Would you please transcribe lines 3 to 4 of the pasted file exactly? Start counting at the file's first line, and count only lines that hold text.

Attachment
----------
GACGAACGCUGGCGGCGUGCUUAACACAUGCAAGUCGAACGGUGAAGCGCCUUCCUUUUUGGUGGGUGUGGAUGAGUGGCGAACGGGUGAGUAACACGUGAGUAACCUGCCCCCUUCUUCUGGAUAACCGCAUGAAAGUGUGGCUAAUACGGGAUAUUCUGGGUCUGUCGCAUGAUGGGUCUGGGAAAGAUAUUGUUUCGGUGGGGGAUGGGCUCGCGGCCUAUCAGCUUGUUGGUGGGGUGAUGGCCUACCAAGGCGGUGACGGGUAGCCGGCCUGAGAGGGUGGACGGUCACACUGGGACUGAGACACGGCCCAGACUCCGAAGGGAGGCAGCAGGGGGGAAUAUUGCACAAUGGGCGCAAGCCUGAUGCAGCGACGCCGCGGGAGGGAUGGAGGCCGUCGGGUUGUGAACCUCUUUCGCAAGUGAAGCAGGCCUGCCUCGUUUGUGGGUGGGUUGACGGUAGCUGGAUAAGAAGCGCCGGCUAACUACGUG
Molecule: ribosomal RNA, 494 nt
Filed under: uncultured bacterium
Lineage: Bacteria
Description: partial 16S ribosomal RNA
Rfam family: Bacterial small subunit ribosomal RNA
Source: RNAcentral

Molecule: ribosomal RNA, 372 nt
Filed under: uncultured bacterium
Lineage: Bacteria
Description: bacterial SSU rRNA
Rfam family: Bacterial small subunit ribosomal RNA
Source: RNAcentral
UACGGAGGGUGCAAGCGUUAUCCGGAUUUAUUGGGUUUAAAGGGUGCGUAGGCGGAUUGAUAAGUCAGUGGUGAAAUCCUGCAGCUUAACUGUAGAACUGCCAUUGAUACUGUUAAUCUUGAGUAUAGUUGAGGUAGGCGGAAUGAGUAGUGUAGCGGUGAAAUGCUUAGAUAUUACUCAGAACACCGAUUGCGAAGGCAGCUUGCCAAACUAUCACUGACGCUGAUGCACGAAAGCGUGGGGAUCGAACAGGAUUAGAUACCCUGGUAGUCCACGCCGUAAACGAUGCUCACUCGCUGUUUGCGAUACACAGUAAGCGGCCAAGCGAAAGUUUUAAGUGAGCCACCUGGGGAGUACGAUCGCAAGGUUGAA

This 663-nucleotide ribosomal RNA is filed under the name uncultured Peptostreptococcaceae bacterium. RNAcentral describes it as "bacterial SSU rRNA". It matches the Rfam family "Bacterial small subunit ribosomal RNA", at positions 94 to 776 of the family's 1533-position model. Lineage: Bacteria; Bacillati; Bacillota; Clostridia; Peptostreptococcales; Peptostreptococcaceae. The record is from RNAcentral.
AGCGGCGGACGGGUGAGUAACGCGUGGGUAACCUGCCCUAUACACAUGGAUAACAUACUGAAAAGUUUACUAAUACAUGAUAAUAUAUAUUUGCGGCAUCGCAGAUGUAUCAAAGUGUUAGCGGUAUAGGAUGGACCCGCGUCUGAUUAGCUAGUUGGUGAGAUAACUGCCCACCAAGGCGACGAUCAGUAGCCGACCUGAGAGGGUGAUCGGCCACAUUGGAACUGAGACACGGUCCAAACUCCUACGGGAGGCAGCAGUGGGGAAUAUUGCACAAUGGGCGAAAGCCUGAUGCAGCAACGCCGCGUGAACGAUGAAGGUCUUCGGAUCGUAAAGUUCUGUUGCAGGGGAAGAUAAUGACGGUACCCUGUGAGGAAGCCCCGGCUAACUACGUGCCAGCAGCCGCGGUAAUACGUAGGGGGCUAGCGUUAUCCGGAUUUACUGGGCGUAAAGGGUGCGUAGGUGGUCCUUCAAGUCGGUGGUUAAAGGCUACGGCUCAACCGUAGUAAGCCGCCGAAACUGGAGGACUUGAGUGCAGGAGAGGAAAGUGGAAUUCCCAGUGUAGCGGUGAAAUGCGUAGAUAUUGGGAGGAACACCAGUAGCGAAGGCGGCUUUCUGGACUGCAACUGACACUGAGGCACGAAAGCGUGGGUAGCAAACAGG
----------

Filed under: uncultured bacterium
Lineage: Bacteria